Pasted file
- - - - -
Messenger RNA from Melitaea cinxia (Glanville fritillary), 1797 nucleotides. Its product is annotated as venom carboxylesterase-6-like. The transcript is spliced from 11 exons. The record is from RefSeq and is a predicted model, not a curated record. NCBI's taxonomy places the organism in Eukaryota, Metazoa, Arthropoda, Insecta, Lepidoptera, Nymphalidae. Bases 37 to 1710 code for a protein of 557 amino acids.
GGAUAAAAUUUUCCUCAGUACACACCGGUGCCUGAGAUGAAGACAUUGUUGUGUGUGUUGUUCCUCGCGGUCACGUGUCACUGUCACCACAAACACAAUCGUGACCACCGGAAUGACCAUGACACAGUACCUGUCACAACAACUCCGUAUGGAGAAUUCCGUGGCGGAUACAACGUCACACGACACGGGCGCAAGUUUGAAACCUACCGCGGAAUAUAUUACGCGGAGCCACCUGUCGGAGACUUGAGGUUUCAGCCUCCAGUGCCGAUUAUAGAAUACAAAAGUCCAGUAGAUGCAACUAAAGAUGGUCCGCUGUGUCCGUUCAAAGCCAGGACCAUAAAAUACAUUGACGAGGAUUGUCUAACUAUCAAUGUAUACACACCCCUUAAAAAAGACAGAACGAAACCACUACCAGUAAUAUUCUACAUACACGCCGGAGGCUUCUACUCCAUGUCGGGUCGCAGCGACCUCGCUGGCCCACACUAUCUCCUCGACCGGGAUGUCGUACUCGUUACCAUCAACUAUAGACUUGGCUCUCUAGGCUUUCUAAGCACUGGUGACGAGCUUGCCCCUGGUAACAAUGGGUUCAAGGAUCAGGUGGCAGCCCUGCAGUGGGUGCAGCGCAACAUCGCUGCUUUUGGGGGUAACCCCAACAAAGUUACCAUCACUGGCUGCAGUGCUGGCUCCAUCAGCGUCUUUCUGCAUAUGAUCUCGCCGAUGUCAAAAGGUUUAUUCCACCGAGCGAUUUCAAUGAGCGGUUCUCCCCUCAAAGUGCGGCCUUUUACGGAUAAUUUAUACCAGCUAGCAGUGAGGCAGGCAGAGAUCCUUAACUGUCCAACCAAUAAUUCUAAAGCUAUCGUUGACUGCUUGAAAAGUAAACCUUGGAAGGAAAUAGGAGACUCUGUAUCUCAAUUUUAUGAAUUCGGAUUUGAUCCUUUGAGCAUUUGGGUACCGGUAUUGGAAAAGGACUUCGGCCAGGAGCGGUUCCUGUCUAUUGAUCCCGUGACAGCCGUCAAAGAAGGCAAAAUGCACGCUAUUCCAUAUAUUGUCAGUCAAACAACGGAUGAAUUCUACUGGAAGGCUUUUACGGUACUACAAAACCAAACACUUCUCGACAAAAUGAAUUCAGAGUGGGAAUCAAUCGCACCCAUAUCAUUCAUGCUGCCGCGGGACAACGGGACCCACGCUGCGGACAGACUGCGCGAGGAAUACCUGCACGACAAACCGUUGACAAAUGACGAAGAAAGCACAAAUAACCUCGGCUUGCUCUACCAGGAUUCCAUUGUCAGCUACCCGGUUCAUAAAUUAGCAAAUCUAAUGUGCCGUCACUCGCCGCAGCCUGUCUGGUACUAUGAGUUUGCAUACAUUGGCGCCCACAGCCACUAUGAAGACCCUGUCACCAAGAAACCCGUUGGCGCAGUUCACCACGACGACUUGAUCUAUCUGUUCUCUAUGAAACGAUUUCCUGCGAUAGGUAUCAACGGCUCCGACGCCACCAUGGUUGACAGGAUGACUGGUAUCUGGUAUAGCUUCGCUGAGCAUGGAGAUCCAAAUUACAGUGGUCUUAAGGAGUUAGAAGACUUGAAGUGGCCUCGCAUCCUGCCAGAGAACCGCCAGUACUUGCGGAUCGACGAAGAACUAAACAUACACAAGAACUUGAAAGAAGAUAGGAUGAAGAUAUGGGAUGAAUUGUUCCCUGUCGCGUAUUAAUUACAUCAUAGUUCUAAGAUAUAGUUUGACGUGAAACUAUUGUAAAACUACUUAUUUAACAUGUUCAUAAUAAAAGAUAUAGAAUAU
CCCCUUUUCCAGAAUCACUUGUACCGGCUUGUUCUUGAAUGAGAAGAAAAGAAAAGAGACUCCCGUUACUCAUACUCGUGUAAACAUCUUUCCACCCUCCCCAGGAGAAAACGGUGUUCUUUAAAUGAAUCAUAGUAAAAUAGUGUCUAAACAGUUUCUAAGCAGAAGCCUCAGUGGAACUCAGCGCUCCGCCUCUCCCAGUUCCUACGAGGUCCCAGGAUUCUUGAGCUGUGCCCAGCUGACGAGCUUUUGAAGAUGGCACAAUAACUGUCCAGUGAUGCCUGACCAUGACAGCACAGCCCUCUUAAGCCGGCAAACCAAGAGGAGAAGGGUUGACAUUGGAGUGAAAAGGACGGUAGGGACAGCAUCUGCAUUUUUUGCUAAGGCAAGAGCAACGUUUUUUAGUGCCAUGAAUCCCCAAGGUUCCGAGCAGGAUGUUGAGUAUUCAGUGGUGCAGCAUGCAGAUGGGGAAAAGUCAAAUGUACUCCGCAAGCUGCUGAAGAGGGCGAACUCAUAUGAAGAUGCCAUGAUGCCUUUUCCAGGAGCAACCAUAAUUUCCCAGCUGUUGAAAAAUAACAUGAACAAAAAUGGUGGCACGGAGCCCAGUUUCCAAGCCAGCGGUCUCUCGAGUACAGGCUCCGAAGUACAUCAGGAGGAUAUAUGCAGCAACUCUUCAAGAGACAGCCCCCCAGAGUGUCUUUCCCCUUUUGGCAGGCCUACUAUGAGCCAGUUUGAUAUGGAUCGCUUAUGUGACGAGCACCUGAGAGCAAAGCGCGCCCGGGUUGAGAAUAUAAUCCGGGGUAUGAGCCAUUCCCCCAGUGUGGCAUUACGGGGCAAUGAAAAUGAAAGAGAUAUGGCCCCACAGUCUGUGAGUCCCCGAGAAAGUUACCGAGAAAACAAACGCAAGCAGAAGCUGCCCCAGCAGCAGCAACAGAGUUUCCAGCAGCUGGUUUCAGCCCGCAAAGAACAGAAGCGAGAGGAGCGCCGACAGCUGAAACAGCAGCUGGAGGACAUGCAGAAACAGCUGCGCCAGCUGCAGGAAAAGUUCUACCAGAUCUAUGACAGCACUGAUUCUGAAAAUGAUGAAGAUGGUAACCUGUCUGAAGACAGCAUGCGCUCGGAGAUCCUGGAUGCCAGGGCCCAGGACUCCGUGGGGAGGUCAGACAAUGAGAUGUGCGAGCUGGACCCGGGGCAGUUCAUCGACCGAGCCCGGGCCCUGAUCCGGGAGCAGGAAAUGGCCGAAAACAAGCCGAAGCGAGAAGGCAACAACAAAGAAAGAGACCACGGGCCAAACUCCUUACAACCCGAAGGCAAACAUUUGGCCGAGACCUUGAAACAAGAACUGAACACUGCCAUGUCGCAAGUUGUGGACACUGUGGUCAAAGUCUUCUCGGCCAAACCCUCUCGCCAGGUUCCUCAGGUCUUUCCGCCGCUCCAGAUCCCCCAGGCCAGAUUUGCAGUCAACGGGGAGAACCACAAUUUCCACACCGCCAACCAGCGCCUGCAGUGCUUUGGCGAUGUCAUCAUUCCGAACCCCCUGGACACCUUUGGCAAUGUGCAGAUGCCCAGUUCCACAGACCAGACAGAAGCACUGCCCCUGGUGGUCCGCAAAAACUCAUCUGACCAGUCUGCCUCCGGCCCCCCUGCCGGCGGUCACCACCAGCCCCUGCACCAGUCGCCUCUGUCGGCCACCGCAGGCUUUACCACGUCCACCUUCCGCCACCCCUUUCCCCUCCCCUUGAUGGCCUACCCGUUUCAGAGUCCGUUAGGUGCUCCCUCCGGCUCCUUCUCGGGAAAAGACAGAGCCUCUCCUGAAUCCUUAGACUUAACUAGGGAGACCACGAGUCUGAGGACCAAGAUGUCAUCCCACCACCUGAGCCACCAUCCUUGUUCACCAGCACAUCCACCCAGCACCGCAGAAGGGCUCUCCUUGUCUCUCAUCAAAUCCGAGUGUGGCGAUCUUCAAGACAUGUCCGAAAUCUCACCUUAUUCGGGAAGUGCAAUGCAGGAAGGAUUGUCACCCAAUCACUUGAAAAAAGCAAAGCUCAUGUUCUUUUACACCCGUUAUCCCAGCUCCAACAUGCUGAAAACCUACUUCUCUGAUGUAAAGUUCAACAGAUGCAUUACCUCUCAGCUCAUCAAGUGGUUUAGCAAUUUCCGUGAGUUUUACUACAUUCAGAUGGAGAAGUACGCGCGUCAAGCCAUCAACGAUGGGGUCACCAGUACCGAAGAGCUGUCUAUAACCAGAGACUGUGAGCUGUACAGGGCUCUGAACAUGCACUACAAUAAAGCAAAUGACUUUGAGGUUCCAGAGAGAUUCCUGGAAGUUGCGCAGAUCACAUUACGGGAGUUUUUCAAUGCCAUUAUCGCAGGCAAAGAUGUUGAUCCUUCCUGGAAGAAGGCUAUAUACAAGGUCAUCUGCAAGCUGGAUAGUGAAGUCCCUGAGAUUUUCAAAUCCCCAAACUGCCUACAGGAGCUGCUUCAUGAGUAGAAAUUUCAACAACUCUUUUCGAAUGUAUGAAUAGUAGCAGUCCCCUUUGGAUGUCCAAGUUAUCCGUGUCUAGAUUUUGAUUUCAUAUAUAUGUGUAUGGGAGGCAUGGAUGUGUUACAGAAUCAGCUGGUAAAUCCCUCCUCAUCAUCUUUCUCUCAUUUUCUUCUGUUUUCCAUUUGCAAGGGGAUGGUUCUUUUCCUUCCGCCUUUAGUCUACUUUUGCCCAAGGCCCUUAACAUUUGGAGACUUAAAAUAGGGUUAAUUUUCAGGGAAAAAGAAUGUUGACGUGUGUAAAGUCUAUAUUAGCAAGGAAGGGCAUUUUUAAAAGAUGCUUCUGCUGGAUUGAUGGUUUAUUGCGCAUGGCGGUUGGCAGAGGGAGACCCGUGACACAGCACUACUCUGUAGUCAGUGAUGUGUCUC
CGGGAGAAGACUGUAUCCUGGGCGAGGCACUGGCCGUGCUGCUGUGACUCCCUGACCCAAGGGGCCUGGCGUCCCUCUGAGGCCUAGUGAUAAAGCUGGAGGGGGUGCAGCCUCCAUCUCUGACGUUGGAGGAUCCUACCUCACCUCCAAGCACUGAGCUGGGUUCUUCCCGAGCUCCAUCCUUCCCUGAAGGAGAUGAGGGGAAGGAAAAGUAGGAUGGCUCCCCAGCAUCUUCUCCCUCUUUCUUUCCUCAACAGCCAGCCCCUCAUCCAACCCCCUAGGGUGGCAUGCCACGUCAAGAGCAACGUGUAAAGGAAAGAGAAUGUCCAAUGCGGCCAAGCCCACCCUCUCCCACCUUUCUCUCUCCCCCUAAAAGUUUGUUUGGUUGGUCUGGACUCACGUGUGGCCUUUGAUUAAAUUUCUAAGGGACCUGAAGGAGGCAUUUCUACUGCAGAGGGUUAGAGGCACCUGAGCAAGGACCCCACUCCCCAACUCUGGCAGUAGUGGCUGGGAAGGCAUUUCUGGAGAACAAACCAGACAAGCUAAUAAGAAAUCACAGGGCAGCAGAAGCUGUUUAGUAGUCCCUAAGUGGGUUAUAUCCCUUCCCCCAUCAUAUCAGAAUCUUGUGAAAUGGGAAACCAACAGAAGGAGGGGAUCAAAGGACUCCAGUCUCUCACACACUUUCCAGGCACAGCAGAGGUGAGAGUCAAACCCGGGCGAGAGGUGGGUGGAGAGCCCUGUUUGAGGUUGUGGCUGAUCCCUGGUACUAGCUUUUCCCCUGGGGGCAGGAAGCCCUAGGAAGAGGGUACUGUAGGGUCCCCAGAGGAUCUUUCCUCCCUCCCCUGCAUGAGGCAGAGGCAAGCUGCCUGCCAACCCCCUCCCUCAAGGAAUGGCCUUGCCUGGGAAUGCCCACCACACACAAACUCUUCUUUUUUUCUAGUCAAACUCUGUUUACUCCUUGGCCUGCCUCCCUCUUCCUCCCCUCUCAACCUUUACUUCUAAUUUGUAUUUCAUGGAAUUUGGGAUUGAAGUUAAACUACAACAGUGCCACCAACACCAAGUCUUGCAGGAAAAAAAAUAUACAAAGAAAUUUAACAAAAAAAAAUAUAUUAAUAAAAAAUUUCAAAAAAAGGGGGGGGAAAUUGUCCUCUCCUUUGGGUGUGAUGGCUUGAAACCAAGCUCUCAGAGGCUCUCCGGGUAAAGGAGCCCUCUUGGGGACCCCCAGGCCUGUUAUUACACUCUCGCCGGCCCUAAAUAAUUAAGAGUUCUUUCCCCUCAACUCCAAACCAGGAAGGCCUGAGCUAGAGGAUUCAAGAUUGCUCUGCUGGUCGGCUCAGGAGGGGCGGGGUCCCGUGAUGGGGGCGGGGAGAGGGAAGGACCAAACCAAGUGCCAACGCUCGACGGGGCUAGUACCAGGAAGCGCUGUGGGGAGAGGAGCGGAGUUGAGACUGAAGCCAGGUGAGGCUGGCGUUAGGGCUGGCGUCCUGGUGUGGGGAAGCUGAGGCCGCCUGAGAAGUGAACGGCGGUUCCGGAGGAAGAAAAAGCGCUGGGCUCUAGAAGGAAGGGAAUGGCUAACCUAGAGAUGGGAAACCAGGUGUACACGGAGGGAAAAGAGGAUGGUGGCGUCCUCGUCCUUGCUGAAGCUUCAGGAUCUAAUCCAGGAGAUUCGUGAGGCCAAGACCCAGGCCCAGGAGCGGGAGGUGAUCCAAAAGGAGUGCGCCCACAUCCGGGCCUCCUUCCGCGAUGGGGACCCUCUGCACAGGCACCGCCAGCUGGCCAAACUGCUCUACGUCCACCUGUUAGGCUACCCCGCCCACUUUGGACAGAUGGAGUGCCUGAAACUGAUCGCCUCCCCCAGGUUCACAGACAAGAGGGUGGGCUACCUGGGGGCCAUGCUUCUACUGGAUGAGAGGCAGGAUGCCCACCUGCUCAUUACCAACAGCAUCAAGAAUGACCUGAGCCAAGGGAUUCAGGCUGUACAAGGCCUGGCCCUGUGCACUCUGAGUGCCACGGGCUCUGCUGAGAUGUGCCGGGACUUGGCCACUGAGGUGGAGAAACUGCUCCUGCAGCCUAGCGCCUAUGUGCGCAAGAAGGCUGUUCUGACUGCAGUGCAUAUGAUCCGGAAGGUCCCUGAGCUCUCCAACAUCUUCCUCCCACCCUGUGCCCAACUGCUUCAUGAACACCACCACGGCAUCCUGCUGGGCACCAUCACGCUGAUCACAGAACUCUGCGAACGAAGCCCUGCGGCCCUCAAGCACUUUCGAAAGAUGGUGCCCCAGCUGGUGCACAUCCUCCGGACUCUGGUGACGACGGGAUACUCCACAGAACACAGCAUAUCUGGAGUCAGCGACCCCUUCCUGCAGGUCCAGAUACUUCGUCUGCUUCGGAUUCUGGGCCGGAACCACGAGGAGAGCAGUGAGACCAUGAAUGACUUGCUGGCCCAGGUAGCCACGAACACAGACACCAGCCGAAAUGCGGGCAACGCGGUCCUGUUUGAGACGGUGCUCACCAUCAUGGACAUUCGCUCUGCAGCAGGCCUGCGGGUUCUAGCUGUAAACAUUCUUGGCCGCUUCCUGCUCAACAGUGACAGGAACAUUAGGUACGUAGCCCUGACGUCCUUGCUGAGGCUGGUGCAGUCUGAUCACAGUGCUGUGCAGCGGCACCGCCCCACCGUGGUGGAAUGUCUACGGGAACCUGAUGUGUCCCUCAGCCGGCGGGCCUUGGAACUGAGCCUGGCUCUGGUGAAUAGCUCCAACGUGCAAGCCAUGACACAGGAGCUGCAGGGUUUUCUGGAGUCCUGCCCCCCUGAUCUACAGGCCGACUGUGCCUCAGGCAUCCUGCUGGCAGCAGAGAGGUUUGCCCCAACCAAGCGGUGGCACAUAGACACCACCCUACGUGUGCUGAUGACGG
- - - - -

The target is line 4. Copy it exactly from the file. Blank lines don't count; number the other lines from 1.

CGGGAGAAGACUGUAUCCUGGGCGAGGCACUGGCCGUGCUGCUGUGACUCCCUGACCCAAGGGGCCUGGCGUCCCUCUGAGGCCUAGUGAUAAAGCUGGAGGGGGUGCAGCCUCCAUCUCUGACGUUGGAGGAUCCUACCUCACCUCCAAGCACUGAGCUGGGUUCUUCCCGAGCUCCAUCCUUCCCUGAAGGAGAUGAGGGGAAGGAAAAGUAGGAUGGCUCCCCAGCAUCUUCUCCCUCUUUCUUUCCUCAACAGCCAGCCCCUCAUCCAACCCCCUAGGGUGGCAUGCCACGUCAAGAGCAACGUGUAAAGGAAAGAGAAUGUCCAAUGCGGCCAAGCCCACCCUCUCCCACCUUUCUCUCUCCCCCUAAAAGUUUGUUUGGUUGGUCUGGACUCACGUGUGGCCUUUGAUUAAAUUUCUAAGGGACCUGAAGGAGGCAUUUCUACUGCAGAGGGUUAGAGGCACCUGAGCAAGGACCCCACUCCCCAACUCUGGCAGUAGUGGCUGGGAAGGCAUUUCUGGAGAACAAACCAGACAAGCUAAUAAGAAAUCACAGGGCAGCAGAAGCUGUUUAGUAGUCCCUAAGUGGGUUAUAUCCCUUCCCCCAUCAUAUCAGAAUCUUGUGAAAUGGGAAACCAACAGAAGGAGGGGAUCAAAGGACUCCAGUCUCUCACACACUUUCCAGGCACAGCAGAGGUGAGAGUCAAACCCGGGCGAGAGGUGGGUGGAGAGCCCUGUUUGAGGUUGUGGCUGAUCCCUGGUACUAGCUUUUCCCCUGGGGGCAGGAAGCCCUAGGAAGAGGGUACUGUAGGGUCCCCAGAGGAUCUUUCCUCCCUCCCCUGCAUGAGGCAGAGGCAAGCUGCCUGCCAACCCCCUCCCUCAAGGAAUGGCCUUGCCUGGGAAUGCCCACCACACACAAACUCUUCUUUUUUUCUAGUCAAACUCUGUUUACUCCUUGGCCUGCCUCCCUCUUCCUCCCCUCUCAACCUUUACUUCUAAUUUGUAUUUCAUGGAAUUUGGGAUUGAAGUUAAACUACAACAGUGCCACCAACACCAAGUCUUGCAGGAAAAAAAAUAUACAAAGAAAUUUAACAAAAAAAAAUAUAUUAAUAAAAAAUUUCAAAAAAAGGGGGGGGAAAUUGUCCUCUCCUUUGGGUGUGAUGGCUUGAAACCAAGCUCUCAGAGGCUCUCCGGGUAAAGGAGCCCUCUUGGGGACCCCCAGGCCUGUUAUUACACUCUCGCCGGCCCUAAAUAAUUAAGAGUUCUUUCCCCUCAACUCCAAACCAGGAAGGCCUGAGCUAGAGGAUUCAAGAUUGCUCUGCUGGUCGGCUCAGGAGGGGCGGGGUCCCGUGAUGGGGGCGGGGAGAGGGAAGGACCAAACCAAGUGCCAACGCUCGACGGGGCUAGUACCAGGAAGCGCUGUGGGGAGAGGAGCGGAGUUGAGACUGAAGCCAGGUGAGGCUGGCGUUAGGGCUGGCGUCCUGGUGUGGGGAAGCUGAGGCCGCCUGAGAAGUGAACGGCGGUUCCGGAGGAAGAAAAAGCGCUGGGCUCUAGAAGGAAGGGAAUGGCUAACCUAGAGAUGGGAAACCAGGUGUACACGGAGGGAAAAGAGGAUGGUGGCGUCCUCGUCCUUGCUGAAGCUUCAGGAUCUAAUCCAGGAGAUUCGUGAGGCCAAGACCCAGGCCCAGGAGCGGGAGGUGAUCCAAAAGGAGUGCGCCCACAUCCGGGCCUCCUUCCGCGAUGGGGACCCUCUGCACAGGCACCGCCAGCUGGCCAAACUGCUCUACGUCCACCUGUUAGGCUACCCCGCCCACUUUGGACAGAUGGAGUGCCUGAAACUGAUCGCCUCCCCCAGGUUCACAGACAAGAGGGUGGGCUACCUGGGGGCCAUGCUUCUACUGGAUGAGAGGCAGGAUGCCCACCUGCUCAUUACCAACAGCAUCAAGAAUGACCUGAGCCAAGGGAUUCAGGCUGUACAAGGCCUGGCCCUGUGCACUCUGAGUGCCACGGGCUCUGCUGAGAUGUGCCGGGACUUGGCCACUGAGGUGGAGAAACUGCUCCUGCAGCCUAGCGCCUAUGUGCGCAAGAAGGCUGUUCUGACUGCAGUGCAUAUGAUCCGGAAGGUCCCUGAGCUCUCCAACAUCUUCCUCCCACCCUGUGCCCAACUGCUUCAUGAACACCACCACGGCAUCCUGCUGGGCACCAUCACGCUGAUCACAGAACUCUGCGAACGAAGCCCUGCGGCCCUCAAGCACUUUCGAAAGAUGGUGCCCCAGCUGGUGCACAUCCUCCGGACUCUGGUGACGACGGGAUACUCCACAGAACACAGCAUAUCUGGAGUCAGCGACCCCUUCCUGCAGGUCCAGAUACUUCGUCUGCUUCGGAUUCUGGGCCGGAACCACGAGGAGAGCAGUGAGACCAUGAAUGACUUGCUGGCCCAGGUAGCCACGAACACAGACACCAGCCGAAAUGCGGGCAACGCGGUCCUGUUUGAGACGGUGCUCACCAUCAUGGACAUUCGCUCUGCAGCAGGCCUGCGGGUUCUAGCUGUAAACAUUCUUGGCCGCUUCCUGCUCAACAGUGACAGGAACAUUAGGUACGUAGCCCUGACGUCCUUGCUGAGGCUGGUGCAGUCUGAUCACAGUGCUGUGCAGCGGCACCGCCCCACCGUGGUGGAAUGUCUACGGGAACCUGAUGUGUCCCUCAGCCGGCGGGCCUUGGAACUGAGCCUGGCUCUGGUGAAUAGCUCCAACGUGCAAGCCAUGACACAGGAGCUGCAGGGUUUUCUGGAGUCCUGCCCCCCUGAUCUACAGGCCGACUGUGCCUCAGGCAUCCUGCUGGCAGCAGAGAGGUUUGCCCCAACCAAGCGGUGGCACAUAGACACCACCCUACGUGUGCUGAUGACGG